Later asked for comment on Cappucci's assertions regarding the legitimacy of the contract, DEAC Chairwoman Maureen Babcock responded that the new contract was done in the best interest of Devens and by the direction of Devens residents.
"The DEAC performs an annual community education survey to gather data in order to advise MassDevelopment on the education of Devens children," she said.
"The DEAC reported to the MassDevelopment Board of Directors that the Devens 2012 Education Survey indicated very high support for the continuance of our contracts with the Harvard School District, but that the cost of the contracts was a concern brought forth by a number of residents.
"The new contract was done to reduce the education cost for our community while providing educational continuity for the children of Devens."
According to MassDevelopment Communications Director Kelsey Abbruzzese, Section 26 of Chapter 498, which addresses education in Devens, includes no requirement that a contract to educate Devens school-aged children be competitively procured, such as through a bidding or RFP process.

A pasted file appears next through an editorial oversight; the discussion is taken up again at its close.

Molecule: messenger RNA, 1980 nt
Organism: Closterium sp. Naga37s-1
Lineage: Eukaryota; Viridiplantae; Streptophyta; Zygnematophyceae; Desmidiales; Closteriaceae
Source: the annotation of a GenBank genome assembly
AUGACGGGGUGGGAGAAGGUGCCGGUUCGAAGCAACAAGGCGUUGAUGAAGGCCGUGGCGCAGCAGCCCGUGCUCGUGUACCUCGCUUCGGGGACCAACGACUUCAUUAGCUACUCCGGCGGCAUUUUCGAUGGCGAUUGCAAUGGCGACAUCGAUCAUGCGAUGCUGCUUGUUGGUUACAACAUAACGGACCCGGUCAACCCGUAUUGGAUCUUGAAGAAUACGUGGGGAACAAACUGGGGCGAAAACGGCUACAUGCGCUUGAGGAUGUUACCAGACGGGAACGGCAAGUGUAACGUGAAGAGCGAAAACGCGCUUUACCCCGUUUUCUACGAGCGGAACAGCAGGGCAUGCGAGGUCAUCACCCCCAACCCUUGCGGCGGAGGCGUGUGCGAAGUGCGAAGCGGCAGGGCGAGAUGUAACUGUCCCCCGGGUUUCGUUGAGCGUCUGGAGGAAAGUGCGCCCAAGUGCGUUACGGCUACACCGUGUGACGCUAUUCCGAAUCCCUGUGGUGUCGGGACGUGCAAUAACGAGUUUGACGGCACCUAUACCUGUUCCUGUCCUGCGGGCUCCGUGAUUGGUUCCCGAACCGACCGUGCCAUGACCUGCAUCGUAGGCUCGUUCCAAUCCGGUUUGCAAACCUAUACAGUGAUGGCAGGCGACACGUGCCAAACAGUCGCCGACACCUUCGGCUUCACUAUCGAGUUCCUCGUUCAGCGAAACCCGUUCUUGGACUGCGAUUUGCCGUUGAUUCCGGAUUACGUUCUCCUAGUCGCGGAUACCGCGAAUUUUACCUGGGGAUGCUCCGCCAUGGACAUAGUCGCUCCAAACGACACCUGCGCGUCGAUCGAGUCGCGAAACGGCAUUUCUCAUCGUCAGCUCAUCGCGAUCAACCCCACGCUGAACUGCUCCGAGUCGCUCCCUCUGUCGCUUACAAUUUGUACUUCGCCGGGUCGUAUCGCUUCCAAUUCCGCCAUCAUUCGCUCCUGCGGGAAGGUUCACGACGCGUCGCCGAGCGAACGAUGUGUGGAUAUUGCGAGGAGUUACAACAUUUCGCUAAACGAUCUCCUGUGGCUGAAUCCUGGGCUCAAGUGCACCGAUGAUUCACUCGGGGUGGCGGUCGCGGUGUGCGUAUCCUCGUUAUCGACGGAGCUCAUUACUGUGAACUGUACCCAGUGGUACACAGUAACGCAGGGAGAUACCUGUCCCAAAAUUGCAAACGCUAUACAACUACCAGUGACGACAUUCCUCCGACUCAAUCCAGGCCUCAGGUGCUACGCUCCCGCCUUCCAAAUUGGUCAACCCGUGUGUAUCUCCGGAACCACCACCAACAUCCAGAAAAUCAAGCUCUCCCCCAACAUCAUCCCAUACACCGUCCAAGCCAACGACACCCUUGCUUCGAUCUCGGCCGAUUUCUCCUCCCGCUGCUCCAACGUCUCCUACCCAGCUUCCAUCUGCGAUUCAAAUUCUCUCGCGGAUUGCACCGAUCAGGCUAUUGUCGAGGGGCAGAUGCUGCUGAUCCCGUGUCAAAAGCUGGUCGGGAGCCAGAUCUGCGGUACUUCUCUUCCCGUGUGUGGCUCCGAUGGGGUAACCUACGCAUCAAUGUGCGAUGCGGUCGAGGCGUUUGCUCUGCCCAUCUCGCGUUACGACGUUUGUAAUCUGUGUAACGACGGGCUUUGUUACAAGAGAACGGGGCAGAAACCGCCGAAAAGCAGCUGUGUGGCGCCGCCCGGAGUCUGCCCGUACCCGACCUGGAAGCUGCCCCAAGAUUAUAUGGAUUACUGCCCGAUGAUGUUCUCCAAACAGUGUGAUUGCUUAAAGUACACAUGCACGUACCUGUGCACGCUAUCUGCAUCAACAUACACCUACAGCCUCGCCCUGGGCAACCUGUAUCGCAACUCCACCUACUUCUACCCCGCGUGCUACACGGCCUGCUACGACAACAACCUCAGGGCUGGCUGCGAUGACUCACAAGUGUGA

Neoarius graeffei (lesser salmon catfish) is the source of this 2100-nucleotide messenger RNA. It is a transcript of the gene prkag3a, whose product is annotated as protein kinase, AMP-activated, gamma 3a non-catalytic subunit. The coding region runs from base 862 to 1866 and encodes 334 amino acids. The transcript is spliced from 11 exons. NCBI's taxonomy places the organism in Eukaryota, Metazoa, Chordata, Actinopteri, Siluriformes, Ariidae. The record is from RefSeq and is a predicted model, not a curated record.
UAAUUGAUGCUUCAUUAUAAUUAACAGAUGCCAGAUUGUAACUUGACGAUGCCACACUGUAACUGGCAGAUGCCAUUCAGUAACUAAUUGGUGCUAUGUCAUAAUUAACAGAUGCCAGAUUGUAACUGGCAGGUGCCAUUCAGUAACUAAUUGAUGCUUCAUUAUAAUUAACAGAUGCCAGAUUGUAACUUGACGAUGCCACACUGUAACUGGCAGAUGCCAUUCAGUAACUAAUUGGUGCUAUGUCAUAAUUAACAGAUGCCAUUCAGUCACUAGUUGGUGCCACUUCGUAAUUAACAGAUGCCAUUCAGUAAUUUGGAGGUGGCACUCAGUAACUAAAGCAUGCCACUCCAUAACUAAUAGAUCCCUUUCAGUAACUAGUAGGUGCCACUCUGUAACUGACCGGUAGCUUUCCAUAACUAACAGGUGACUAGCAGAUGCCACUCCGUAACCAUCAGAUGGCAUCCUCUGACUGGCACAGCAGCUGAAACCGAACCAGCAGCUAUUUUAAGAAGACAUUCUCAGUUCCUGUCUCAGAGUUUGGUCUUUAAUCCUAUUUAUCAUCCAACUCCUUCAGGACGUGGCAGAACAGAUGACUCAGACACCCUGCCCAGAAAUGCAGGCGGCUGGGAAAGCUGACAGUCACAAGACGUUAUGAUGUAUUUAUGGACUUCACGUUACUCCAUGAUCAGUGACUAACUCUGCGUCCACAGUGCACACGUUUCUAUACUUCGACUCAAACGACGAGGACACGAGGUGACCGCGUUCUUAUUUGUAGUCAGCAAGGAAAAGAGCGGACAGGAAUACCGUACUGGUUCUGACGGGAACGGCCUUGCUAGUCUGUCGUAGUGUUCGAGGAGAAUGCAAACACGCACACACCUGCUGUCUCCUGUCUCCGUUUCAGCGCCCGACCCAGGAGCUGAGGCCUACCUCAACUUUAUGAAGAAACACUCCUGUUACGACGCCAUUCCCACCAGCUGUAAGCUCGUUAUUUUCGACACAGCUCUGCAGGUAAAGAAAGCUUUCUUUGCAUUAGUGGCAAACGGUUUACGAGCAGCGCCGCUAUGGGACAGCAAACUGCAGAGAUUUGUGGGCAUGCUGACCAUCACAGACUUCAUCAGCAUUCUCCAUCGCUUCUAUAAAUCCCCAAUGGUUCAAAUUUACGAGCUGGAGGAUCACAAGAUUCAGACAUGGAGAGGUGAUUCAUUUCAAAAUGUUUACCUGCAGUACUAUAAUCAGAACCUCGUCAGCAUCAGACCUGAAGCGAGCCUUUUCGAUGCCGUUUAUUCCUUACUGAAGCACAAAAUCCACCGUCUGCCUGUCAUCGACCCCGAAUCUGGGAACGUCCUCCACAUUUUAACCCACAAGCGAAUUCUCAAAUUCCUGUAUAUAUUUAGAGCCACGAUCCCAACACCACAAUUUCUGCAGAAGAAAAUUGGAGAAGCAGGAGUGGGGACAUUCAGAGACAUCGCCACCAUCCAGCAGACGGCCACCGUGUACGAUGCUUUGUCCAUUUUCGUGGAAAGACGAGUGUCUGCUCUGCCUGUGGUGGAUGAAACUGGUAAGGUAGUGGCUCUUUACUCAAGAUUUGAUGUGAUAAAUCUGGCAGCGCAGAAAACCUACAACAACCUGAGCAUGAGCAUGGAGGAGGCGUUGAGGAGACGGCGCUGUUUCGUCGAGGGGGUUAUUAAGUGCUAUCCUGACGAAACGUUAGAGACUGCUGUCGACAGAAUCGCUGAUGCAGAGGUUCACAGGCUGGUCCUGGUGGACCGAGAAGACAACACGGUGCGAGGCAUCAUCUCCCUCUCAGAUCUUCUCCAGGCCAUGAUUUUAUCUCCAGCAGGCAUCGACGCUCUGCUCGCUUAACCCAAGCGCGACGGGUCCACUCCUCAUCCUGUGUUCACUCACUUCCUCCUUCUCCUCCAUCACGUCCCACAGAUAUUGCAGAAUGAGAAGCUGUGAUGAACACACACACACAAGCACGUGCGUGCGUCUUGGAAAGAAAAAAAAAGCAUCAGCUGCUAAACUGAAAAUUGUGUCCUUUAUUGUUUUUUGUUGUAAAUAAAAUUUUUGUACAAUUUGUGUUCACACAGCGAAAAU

"This portion of Devens' governing legislation also charges the DEAC with advising MassDevelopment about education," she said. "The DEAC includes representatives from the school districts of the Towns of Ayer, Shirley, and Harvard, and four Devens residents.
"The DEAC and Devens residents advised MassDevelopment to enter into a new contract with the Harvard School Committee. Public meetings of the DEAC, the MassDevelopment Board of Directors, and of the Harvard School Committee discussed this issue.
"Following these discussions, MassDevelopment and Harvard agreed on the current contract to continue the education services provided by Harvard to Devens students."